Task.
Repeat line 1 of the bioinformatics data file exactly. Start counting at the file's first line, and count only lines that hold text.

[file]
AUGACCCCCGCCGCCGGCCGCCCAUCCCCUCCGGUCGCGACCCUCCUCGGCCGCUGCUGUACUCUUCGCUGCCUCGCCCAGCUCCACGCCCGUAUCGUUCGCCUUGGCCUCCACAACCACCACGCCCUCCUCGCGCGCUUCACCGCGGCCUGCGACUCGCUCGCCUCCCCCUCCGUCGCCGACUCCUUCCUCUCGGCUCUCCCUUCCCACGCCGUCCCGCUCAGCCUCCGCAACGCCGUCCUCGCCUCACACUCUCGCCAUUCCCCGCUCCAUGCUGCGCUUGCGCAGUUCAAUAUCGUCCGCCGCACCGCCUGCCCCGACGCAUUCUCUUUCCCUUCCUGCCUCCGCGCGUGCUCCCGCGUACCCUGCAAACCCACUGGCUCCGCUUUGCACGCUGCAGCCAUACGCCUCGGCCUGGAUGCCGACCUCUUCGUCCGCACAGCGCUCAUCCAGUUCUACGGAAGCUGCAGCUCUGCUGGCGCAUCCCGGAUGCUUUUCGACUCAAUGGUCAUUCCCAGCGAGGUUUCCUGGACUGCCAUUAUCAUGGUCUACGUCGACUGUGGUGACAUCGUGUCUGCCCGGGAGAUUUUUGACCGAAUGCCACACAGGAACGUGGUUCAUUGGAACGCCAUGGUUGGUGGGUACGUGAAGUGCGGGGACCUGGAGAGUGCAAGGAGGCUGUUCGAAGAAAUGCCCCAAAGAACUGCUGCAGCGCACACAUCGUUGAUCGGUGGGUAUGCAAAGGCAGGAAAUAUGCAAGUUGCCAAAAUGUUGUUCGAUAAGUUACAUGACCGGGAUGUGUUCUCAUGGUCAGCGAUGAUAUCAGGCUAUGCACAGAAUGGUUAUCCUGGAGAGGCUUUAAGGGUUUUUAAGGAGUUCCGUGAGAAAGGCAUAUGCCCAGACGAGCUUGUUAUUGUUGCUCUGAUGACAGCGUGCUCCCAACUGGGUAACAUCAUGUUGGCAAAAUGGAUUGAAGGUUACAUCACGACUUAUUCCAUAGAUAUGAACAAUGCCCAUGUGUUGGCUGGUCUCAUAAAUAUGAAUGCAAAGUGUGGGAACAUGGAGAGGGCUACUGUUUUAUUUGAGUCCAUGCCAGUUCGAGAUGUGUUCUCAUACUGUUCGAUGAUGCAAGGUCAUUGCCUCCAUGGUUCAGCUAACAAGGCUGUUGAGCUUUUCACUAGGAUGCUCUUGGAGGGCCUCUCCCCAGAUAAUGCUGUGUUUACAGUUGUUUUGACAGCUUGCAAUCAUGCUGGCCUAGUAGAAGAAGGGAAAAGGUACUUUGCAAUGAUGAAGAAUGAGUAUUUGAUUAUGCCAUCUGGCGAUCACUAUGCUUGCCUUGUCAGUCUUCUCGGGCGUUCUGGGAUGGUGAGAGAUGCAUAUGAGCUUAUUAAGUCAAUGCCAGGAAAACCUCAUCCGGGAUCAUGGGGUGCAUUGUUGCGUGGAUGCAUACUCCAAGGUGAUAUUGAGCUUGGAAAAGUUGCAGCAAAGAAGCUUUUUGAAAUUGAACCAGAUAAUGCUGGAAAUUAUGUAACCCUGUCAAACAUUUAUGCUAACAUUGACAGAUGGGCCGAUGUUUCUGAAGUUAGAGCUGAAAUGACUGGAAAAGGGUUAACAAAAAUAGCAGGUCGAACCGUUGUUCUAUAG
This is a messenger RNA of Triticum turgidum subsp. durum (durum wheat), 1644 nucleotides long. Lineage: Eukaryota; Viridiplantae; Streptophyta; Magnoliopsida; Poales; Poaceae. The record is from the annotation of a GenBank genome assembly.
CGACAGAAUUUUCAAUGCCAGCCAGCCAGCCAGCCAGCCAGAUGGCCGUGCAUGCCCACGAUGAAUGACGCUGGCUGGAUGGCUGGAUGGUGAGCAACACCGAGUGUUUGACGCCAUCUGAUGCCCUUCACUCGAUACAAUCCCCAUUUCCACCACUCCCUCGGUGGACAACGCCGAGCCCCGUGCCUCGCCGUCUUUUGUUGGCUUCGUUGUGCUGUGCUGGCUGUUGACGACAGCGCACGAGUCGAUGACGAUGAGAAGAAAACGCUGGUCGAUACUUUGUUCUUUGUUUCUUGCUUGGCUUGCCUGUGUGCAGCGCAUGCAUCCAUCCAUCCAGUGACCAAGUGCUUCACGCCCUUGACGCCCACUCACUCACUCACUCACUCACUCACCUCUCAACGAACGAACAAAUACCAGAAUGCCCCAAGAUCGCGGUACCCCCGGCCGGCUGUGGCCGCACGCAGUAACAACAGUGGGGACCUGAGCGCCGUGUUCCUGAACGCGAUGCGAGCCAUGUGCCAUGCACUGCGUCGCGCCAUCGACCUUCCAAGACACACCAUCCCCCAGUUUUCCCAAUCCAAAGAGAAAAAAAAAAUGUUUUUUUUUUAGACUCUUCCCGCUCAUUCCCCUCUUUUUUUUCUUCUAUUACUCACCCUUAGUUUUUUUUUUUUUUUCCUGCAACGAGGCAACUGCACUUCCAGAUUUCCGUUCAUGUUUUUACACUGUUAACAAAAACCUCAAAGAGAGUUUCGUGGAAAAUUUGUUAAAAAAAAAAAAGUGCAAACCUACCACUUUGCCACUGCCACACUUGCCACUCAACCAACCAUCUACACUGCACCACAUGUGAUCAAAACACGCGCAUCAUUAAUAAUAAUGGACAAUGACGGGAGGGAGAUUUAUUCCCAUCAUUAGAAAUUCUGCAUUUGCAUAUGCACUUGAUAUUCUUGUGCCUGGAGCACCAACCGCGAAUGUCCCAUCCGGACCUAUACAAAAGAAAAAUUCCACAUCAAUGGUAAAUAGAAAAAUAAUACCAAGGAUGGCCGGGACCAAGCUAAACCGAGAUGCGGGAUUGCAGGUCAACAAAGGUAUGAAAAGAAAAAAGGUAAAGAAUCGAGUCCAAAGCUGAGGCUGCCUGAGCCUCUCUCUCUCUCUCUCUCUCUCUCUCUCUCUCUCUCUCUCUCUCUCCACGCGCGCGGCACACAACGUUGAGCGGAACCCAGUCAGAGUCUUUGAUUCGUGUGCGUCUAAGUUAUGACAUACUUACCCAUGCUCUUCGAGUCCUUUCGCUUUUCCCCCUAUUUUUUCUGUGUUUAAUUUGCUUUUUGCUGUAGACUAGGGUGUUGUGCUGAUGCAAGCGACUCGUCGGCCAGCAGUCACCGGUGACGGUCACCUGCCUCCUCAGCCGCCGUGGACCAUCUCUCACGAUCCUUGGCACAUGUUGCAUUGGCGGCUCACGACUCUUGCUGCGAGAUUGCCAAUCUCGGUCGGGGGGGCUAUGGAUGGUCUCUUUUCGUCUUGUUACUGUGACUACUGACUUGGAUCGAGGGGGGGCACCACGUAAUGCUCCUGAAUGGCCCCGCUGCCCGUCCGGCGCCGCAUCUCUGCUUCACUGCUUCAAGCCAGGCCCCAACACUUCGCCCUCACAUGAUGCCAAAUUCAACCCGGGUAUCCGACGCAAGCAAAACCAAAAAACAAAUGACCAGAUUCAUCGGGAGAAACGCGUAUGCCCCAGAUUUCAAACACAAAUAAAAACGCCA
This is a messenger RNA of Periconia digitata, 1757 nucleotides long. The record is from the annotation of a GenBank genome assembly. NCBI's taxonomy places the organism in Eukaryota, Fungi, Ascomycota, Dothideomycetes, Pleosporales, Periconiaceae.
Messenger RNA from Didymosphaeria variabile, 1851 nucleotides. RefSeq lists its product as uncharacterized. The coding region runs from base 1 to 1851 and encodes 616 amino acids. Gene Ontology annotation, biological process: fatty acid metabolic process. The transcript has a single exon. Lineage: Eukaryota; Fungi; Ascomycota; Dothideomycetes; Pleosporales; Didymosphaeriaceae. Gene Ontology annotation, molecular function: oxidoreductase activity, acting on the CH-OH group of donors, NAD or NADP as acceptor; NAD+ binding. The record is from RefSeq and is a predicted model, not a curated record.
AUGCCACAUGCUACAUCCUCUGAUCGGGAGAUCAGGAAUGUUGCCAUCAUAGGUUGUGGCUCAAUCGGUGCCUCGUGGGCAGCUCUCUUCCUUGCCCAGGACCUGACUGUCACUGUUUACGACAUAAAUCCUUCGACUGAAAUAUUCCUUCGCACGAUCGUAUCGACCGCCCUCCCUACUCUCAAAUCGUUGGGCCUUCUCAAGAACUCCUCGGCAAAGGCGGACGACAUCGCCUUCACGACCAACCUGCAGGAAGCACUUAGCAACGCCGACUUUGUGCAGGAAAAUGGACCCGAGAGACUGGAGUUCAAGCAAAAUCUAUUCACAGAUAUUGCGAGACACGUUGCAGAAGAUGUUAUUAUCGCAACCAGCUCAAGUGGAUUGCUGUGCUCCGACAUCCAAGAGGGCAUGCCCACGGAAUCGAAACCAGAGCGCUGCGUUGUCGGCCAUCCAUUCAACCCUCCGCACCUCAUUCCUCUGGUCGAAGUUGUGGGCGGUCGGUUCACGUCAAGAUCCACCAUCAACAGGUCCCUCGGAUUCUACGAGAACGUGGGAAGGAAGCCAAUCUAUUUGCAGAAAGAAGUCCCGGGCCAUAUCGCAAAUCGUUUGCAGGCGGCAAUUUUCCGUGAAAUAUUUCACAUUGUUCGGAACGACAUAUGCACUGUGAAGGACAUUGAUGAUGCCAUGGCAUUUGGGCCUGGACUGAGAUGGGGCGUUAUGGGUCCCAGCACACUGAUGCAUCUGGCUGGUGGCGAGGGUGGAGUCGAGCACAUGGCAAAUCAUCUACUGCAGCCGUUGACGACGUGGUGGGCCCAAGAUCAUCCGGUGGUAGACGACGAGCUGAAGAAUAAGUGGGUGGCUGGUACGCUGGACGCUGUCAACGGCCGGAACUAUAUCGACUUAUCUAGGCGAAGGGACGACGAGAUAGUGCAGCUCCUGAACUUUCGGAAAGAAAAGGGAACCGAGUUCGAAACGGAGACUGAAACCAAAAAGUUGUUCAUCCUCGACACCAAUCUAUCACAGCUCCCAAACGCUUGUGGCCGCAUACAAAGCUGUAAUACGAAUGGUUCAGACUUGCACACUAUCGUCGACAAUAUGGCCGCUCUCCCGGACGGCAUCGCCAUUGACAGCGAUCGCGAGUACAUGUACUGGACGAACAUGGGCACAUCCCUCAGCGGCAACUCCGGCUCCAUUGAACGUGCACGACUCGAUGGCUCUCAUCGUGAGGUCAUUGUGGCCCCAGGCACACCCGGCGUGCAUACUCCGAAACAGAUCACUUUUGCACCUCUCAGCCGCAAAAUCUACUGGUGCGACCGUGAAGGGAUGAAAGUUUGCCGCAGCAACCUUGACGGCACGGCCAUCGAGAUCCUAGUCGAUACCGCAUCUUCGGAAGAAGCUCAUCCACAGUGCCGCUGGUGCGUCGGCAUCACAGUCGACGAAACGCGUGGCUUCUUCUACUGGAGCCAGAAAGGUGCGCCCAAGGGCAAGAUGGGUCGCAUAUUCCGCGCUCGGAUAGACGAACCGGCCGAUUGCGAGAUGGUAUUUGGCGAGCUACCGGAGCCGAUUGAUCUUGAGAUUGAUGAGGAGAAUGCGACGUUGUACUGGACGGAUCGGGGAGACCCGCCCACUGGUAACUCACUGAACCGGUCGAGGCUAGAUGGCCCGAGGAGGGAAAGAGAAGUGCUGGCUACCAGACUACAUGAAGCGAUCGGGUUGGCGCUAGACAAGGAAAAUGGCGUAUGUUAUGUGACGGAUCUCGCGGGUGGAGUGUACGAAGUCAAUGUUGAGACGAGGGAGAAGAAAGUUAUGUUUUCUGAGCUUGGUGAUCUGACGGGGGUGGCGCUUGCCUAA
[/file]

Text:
AUGACCCCCGCCGCCGGCCGCCCAUCCCCUCCGGUCGCGACCCUCCUCGGCCGCUGCUGUACUCUUCGCUGCCUCGCCCAGCUCCACGCCCGUAUCGUUCGCCUUGGCCUCCACAACCACCACGCCCUCCUCGCGCGCUUCACCGCGGCCUGCGACUCGCUCGCCUCCCCCUCCGUCGCCGACUCCUUCCUCUCGGCUCUCCCUUCCCACGCCGUCCCGCUCAGCCUCCGCAACGCCGUCCUCGCCUCACACUCUCGCCAUUCCCCGCUCCAUGCUGCGCUUGCGCAGUUCAAUAUCGUCCGCCGCACCGCCUGCCCCGACGCAUUCUCUUUCCCUUCCUGCCUCCGCGCGUGCUCCCGCGUACCCUGCAAACCCACUGGCUCCGCUUUGCACGCUGCAGCCAUACGCCUCGGCCUGGAUGCCGACCUCUUCGUCCGCACAGCGCUCAUCCAGUUCUACGGAAGCUGCAGCUCUGCUGGCGCAUCCCGGAUGCUUUUCGACUCAAUGGUCAUUCCCAGCGAGGUUUCCUGGACUGCCAUUAUCAUGGUCUACGUCGACUGUGGUGACAUCGUGUCUGCCCGGGAGAUUUUUGACCGAAUGCCACACAGGAACGUGGUUCAUUGGAACGCCAUGGUUGGUGGGUACGUGAAGUGCGGGGACCUGGAGAGUGCAAGGAGGCUGUUCGAAGAAAUGCCCCAAAGAACUGCUGCAGCGCACACAUCGUUGAUCGGUGGGUAUGCAAAGGCAGGAAAUAUGCAAGUUGCCAAAAUGUUGUUCGAUAAGUUACAUGACCGGGAUGUGUUCUCAUGGUCAGCGAUGAUAUCAGGCUAUGCACAGAAUGGUUAUCCUGGAGAGGCUUUAAGGGUUUUUAAGGAGUUCCGUGAGAAAGGCAUAUGCCCAGACGAGCUUGUUAUUGUUGCUCUGAUGACAGCGUGCUCCCAACUGGGUAACAUCAUGUUGGCAAAAUGGAUUGAAGGUUACAUCACGACUUAUUCCAUAGAUAUGAACAAUGCCCAUGUGUUGGCUGGUCUCAUAAAUAUGAAUGCAAAGUGUGGGAACAUGGAGAGGGCUACUGUUUUAUUUGAGUCCAUGCCAGUUCGAGAUGUGUUCUCAUACUGUUCGAUGAUGCAAGGUCAUUGCCUCCAUGGUUCAGCUAACAAGGCUGUUGAGCUUUUCACUAGGAUGCUCUUGGAGGGCCUCUCCCCAGAUAAUGCUGUGUUUACAGUUGUUUUGACAGCUUGCAAUCAUGCUGGCCUAGUAGAAGAAGGGAAAAGGUACUUUGCAAUGAUGAAGAAUGAGUAUUUGAUUAUGCCAUCUGGCGAUCACUAUGCUUGCCUUGUCAGUCUUCUCGGGCGUUCUGGGAUGGUGAGAGAUGCAUAUGAGCUUAUUAAGUCAAUGCCAGGAAAACCUCAUCCGGGAUCAUGGGGUGCAUUGUUGCGUGGAUGCAUACUCCAAGGUGAUAUUGAGCUUGGAAAAGUUGCAGCAAAGAAGCUUUUUGAAAUUGAACCAGAUAAUGCUGGAAAUUAUGUAACCCUGUCAAACAUUUAUGCUAACAUUGACAGAUGGGCCGAUGUUUCUGAAGUUAGAGCUGAAAUGACUGGAAAAGGGUUAACAAAAAUAGCAGGUCGAACCGUUGUUCUAUAG